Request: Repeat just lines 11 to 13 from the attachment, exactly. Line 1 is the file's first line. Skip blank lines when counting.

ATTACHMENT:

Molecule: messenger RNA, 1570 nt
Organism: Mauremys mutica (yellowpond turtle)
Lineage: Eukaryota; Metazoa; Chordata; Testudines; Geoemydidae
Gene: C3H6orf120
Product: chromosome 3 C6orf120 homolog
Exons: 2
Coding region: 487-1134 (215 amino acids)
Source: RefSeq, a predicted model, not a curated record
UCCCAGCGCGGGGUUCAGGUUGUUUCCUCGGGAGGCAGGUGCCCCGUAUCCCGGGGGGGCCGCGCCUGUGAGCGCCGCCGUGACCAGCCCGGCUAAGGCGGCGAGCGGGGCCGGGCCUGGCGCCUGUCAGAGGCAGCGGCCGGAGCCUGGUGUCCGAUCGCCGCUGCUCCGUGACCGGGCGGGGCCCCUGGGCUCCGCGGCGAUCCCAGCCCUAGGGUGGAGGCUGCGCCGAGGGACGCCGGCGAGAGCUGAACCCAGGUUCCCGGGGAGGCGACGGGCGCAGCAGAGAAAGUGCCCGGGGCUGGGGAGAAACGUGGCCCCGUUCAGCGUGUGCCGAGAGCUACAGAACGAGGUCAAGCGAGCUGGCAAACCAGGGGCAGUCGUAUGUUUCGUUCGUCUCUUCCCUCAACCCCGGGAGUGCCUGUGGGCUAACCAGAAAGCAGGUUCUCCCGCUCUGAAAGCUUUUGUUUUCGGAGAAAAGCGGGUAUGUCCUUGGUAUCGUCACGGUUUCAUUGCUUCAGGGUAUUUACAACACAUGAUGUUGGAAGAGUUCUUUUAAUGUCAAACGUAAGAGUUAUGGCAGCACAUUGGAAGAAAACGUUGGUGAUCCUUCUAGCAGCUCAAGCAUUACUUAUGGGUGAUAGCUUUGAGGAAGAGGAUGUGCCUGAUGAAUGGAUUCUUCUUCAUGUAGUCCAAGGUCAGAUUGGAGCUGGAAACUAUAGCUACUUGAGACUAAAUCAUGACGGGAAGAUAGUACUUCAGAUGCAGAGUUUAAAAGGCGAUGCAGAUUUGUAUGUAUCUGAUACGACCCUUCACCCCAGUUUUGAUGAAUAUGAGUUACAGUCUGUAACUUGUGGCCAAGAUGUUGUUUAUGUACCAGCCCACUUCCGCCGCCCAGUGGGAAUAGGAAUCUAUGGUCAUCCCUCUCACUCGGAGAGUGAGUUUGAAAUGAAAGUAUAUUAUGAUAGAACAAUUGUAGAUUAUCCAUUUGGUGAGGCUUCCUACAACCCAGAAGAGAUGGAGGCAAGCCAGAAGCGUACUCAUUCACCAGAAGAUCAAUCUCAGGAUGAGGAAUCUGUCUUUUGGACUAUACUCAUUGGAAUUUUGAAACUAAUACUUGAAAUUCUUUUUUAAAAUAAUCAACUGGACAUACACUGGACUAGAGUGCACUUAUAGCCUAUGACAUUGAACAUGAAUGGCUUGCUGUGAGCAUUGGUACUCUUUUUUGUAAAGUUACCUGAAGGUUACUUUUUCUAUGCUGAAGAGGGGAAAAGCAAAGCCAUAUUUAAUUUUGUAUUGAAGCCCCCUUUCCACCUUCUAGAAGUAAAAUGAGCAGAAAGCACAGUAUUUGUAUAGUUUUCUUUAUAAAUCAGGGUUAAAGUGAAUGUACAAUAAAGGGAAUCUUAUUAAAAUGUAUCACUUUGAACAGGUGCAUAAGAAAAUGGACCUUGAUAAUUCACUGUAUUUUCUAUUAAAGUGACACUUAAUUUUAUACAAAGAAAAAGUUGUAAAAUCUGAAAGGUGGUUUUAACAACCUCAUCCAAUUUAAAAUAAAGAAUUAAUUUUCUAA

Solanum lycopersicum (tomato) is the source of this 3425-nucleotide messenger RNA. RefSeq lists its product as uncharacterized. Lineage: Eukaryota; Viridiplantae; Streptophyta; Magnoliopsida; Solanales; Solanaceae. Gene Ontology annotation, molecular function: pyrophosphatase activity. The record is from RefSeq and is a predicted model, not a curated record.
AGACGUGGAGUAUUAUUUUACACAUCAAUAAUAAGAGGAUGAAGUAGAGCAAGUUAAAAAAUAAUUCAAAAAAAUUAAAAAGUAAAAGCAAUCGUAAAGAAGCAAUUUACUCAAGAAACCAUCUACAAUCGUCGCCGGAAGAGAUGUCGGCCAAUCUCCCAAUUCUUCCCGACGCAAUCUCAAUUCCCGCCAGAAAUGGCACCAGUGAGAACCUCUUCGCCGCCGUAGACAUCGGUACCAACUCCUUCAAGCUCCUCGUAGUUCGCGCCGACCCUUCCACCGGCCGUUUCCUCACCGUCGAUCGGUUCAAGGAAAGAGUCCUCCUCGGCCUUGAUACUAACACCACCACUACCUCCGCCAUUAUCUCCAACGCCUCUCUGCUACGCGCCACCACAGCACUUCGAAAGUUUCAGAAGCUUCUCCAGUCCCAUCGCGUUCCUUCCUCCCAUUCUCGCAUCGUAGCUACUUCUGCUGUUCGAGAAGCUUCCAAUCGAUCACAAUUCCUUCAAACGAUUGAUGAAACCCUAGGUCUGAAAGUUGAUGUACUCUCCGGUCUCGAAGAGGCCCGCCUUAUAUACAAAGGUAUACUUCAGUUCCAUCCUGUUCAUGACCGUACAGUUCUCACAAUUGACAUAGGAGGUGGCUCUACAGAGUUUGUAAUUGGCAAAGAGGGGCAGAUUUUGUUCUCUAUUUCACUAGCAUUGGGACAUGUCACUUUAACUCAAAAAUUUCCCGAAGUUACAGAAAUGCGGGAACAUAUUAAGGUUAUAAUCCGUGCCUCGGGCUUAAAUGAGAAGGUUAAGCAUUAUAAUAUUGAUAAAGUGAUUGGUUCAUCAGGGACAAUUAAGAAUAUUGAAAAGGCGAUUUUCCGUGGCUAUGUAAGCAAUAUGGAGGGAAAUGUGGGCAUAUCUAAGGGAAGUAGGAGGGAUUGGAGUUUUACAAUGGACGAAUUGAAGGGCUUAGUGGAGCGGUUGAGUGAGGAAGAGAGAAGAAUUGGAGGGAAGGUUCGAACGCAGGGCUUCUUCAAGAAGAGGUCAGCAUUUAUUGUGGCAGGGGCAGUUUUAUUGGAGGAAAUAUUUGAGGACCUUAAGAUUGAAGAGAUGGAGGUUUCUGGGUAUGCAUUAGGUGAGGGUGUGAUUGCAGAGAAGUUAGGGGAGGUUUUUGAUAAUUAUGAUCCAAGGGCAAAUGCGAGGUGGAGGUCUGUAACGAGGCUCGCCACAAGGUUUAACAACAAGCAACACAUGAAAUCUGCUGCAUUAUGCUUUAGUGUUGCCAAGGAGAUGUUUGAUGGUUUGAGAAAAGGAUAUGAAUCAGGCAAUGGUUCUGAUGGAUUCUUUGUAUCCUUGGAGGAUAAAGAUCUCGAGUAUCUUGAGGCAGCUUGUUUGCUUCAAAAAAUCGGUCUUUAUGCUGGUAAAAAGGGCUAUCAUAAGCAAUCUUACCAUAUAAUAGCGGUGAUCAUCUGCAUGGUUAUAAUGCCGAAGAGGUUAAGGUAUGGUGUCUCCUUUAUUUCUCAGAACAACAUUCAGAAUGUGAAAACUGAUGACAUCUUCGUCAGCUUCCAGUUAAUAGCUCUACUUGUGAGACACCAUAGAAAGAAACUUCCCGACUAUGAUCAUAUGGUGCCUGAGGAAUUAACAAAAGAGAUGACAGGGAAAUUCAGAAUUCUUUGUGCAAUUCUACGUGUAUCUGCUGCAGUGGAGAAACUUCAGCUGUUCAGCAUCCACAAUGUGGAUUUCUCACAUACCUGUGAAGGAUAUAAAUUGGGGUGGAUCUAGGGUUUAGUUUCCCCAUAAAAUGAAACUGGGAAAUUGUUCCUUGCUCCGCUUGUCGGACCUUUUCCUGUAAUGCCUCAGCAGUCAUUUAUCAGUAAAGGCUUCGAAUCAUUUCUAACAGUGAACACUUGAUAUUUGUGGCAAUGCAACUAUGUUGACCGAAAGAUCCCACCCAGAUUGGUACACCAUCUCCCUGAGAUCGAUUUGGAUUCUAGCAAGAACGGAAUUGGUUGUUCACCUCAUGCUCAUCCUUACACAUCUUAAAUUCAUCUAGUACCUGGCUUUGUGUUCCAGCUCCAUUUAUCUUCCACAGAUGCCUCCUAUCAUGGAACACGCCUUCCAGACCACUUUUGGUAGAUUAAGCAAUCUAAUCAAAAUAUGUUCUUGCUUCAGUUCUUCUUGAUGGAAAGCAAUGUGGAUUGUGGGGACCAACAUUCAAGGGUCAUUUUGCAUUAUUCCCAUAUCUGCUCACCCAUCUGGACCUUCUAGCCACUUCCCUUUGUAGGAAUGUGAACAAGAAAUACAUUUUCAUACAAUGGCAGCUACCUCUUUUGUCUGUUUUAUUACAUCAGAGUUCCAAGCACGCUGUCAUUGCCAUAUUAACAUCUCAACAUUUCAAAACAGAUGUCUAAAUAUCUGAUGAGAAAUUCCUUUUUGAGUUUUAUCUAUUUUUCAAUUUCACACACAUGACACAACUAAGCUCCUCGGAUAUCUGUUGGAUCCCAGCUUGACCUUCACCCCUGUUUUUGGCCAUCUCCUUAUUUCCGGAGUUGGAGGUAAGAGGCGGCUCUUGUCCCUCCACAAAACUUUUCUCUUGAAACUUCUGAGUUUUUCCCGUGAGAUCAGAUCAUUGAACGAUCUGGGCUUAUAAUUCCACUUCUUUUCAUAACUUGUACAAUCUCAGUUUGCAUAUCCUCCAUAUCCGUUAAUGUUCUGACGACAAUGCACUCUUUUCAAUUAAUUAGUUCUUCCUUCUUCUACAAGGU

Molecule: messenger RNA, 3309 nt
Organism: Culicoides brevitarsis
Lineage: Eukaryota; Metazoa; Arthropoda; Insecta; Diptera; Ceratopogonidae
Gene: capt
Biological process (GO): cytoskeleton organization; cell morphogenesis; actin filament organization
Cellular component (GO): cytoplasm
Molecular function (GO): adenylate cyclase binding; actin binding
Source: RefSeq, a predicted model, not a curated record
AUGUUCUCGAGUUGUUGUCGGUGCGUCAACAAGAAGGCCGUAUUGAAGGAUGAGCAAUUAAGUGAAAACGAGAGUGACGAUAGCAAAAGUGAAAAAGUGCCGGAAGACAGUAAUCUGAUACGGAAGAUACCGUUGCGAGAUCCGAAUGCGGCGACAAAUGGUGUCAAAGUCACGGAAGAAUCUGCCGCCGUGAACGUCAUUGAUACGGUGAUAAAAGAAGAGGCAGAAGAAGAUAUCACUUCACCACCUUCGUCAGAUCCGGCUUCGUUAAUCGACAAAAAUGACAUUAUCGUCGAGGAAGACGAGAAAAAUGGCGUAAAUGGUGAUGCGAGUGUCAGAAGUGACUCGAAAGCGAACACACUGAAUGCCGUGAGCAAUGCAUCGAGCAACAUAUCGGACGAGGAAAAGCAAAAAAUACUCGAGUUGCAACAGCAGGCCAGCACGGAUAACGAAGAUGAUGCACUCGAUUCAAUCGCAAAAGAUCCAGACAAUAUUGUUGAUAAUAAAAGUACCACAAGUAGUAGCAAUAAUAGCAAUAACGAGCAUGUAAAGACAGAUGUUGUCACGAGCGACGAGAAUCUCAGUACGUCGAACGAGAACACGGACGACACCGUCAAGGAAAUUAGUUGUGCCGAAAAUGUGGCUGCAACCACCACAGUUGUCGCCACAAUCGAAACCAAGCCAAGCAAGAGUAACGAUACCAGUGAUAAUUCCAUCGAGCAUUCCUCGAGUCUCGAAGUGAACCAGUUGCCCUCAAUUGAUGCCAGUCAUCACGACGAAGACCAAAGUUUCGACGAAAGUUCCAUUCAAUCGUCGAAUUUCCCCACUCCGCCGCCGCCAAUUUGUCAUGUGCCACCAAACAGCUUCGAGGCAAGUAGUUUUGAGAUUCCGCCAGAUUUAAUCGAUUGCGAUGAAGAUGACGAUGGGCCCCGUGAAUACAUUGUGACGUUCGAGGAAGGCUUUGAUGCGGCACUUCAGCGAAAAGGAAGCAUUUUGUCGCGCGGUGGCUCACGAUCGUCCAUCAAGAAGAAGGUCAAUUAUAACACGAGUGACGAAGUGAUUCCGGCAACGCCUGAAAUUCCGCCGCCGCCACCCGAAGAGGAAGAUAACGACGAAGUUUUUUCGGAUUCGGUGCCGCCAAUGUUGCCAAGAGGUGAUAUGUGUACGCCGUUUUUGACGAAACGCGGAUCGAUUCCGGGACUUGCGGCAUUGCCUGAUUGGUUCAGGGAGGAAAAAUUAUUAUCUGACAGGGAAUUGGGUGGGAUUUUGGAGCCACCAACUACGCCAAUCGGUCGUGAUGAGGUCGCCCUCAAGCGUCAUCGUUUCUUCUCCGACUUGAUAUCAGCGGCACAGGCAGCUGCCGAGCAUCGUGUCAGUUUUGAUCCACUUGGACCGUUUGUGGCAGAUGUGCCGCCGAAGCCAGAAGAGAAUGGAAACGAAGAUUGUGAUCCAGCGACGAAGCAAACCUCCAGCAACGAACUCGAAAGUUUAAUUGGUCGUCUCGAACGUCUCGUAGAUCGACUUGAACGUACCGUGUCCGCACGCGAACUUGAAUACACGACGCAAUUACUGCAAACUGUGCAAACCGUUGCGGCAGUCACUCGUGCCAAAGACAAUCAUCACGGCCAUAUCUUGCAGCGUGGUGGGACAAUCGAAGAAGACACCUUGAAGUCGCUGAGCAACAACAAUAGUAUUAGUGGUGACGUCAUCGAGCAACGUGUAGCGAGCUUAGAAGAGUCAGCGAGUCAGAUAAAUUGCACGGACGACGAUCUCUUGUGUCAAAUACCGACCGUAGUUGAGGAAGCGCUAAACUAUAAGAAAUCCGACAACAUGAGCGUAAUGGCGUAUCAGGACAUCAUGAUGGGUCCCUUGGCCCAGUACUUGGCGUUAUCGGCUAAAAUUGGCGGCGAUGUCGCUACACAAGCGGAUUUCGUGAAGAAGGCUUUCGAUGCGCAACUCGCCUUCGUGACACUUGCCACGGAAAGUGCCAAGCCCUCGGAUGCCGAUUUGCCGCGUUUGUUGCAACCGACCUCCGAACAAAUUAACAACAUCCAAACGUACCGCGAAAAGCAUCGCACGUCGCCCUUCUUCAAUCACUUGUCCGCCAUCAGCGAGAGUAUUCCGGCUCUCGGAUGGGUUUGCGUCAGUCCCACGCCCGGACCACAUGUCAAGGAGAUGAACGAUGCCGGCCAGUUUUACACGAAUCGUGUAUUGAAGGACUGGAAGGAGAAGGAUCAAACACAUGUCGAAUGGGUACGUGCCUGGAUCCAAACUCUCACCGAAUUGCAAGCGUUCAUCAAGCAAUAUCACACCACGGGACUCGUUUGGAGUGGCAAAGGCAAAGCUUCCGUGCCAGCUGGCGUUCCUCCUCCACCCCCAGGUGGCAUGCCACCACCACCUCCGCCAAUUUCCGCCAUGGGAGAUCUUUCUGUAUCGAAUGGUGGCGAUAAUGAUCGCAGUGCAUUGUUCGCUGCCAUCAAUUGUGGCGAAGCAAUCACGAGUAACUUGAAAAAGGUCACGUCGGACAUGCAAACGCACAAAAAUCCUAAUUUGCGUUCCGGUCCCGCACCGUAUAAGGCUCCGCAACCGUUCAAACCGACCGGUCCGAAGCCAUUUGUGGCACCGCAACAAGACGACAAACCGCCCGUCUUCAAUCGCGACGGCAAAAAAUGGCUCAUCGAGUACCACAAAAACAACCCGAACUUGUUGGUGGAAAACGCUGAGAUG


AGACGUGGAGUAUUAUUUUACACAUCAAUAAUAAGAGGAUGAAGUAGAGCAAGUUAAAAAAUAAUUCAAAAAAAUUAAAAAGUAAAAGCAAUCGUAAAGAAGCAAUUUACUCAAGAAACCAUCUACAAUCGUCGCCGGAAGAGAUGUCGGCCAAUCUCCCAAUUCUUCCCGACGCAAUCUCAAUUCCCGCCAGAAAUGGCACCAGUGAGAACCUCUUCGCCGCCGUAGACAUCGGUACCAACUCCUUCAAGCUCCUCGUAGUUCGCGCCGACCCUUCCACCGGCCGUUUCCUCACCGUCGAUCGGUUCAAGGAAAGAGUCCUCCUCGGCCUUGAUACUAACACCACCACUACCUCCGCCAUUAUCUCCAACGCCUCUCUGCUACGCGCCACCACAGCACUUCGAAAGUUUCAGAAGCUUCUCCAGUCCCAUCGCGUUCCUUCCUCCCAUUCUCGCAUCGUAGCUACUUCUGCUGUUCGAGAAGCUUCCAAUCGAUCACAAUUCCUUCAAACGAUUGAUGAAACCCUAGGUCUGAAAGUUGAUGUACUCUCCGGUCUCGAAGAGGCCCGCCUUAUAUACAAAGGUAUACUUCAGUUCCAUCCUGUUCAUGACCGUACAGUUCUCACAAUUGACAUAGGAGGUGGCUCUACAGAGUUUGUAAUUGGCAAAGAGGGGCAGAUUUUGUUCUCUAUUUCACUAGCAUUGGGACAUGUCACUUUAACUCAAAAAUUUCCCGAAGUUACAGAAAUGCGGGAACAUAUUAAGGUUAUAAUCCGUGCCUCGGGCUUAAAUGAGAAGGUUAAGCAUUAUAAUAUUGAUAAAGUGAUUGGUUCAUCAGGGACAAUUAAGAAUAUUGAAAAGGCGAUUUUCCGUGGCUAUGUAAGCAAUAUGGAGGGAAAUGUGGGCAUAUCUAAGGGAAGUAGGAGGGAUUGGAGUUUUACAAUGGACGAAUUGAAGGGCUUAGUGGAGCGGUUGAGUGAGGAAGAGAGAAGAAUUGGAGGGAAGGUUCGAACGCAGGGCUUCUUCAAGAAGAGGUCAGCAUUUAUUGUGGCAGGGGCAGUUUUAUUGGAGGAAAUAUUUGAGGACCUUAAGAUUGAAGAGAUGGAGGUUUCUGGGUAUGCAUUAGGUGAGGGUGUGAUUGCAGAGAAGUUAGGGGAGGUUUUUGAUAAUUAUGAUCCAAGGGCAAAUGCGAGGUGGAGGUCUGUAACGAGGCUCGCCACAAGGUUUAACAACAAGCAACACAUGAAAUCUGCUGCAUUAUGCUUUAGUGUUGCCAAGGAGAUGUUUGAUGGUUUGAGAAAAGGAUAUGAAUCAGGCAAUGGUUCUGAUGGAUUCUUUGUAUCCUUGGAGGAUAAAGAUCUCGAGUAUCUUGAGGCAGCUUGUUUGCUUCAAAAAAUCGGUCUUUAUGCUGGUAAAAAGGGCUAUCAUAAGCAAUCUUACCAUAUAAUAGCGGUGAUCAUCUGCAUGGUUAUAAUGCCGAAGAGGUUAAGGUAUGGUGUCUCCUUUAUUUCUCAGAACAACAUUCAGAAUGUGAAAACUGAUGACAUCUUCGUCAGCUUCCAGUUAAUAGCUCUACUUGUGAGACACCAUAGAAAGAAACUUCCCGACUAUGAUCAUAUGGUGCCUGAGGAAUUAACAAAAGAGAUGACAGGGAAAUUCAGAAUUCUUUGUGCAAUUCUACGUGUAUCUGCUGCAGUGGAGAAACUUCAGCUGUUCAGCAUCCACAAUGUGGAUUUCUCACAUACCUGUGAAGGAUAUAAAUUGGGGUGGAUCUAGGGUUUAGUUUCCCCAUAAAAUGAAACUGGGAAAUUGUUCCUUGCUCCGCUUGUCGGACCUUUUCCUGUAAUGCCUCAGCAGUCAUUUAUCAGUAAAGGCUUCGAAUCAUUUCUAACAGUGAACACUUGAUAUUUGUGGCAAUGCAACUAUGUUGACCGAAAGAUCCCACCCAGAUUGGUACACCAUCUCCCUGAGAUCGAUUUGGAUUCUAGCAAGAACGGAAUUGGUUGUUCACCUCAUGCUCAUCCUUACACAUCUUAAAUUCAUCUAGUACCUGGCUUUGUGUUCCAGCUCCAUUUAUCUUCCACAGAUGCCUCCUAUCAUGGAACACGCCUUCCAGACCACUUUUGGUAGAUUAAGCAAUCUAAUCAAAAUAUGUUCUUGCUUCAGUUCUUCUUGAUGGAAAGCAAUGUGGAUUGUGGGGACCAACAUUCAAGGGUCAUUUUGCAUUAUUCCCAUAUCUGCUCACCCAUCUGGACCUUCUAGCCACUUCCCUUUGUAGGAAUGUGAACAAGAAAUACAUUUUCAUACAAUGGCAGCUACCUCUUUUGUCUGUUUUAUUACAUCAGAGUUCCAAGCACGCUGUCAUUGCCAUAUUAACAUCUCAACAUUUCAAAACAGAUGUCUAAAUAUCUGAUGAGAAAUUCCUUUUUGAGUUUUAUCUAUUUUUCAAUUUCACACACAUGACACAACUAAGCUCCUCGGAUAUCUGUUGGAUCCCAGCUUGACCUUCACCCCUGUUUUUGGCCAUCUCCUUAUUUCCGGAGUUGGAGGUAAGAGGCGGCUCUUGUCCCUCCACAAAACUUUUCUCUUGAAACUUCUGAGUUUUUCCCGUGAGAUCAGAUCAUUGAACGAUCUGGGCUUAUAAUUCCACUUCUUUUCAUAACUUGUACAAUCUCAGUUUGCAUAUCCUCCAUAUCCGUUAAUGUUCUGACGACAAUGCACUCUUUUCAAUUAAUUAGUUCUUCCUUCUUCUACAAGGU

Molecule: messenger RNA, 3309 nt
Organism: Culicoides brevitarsis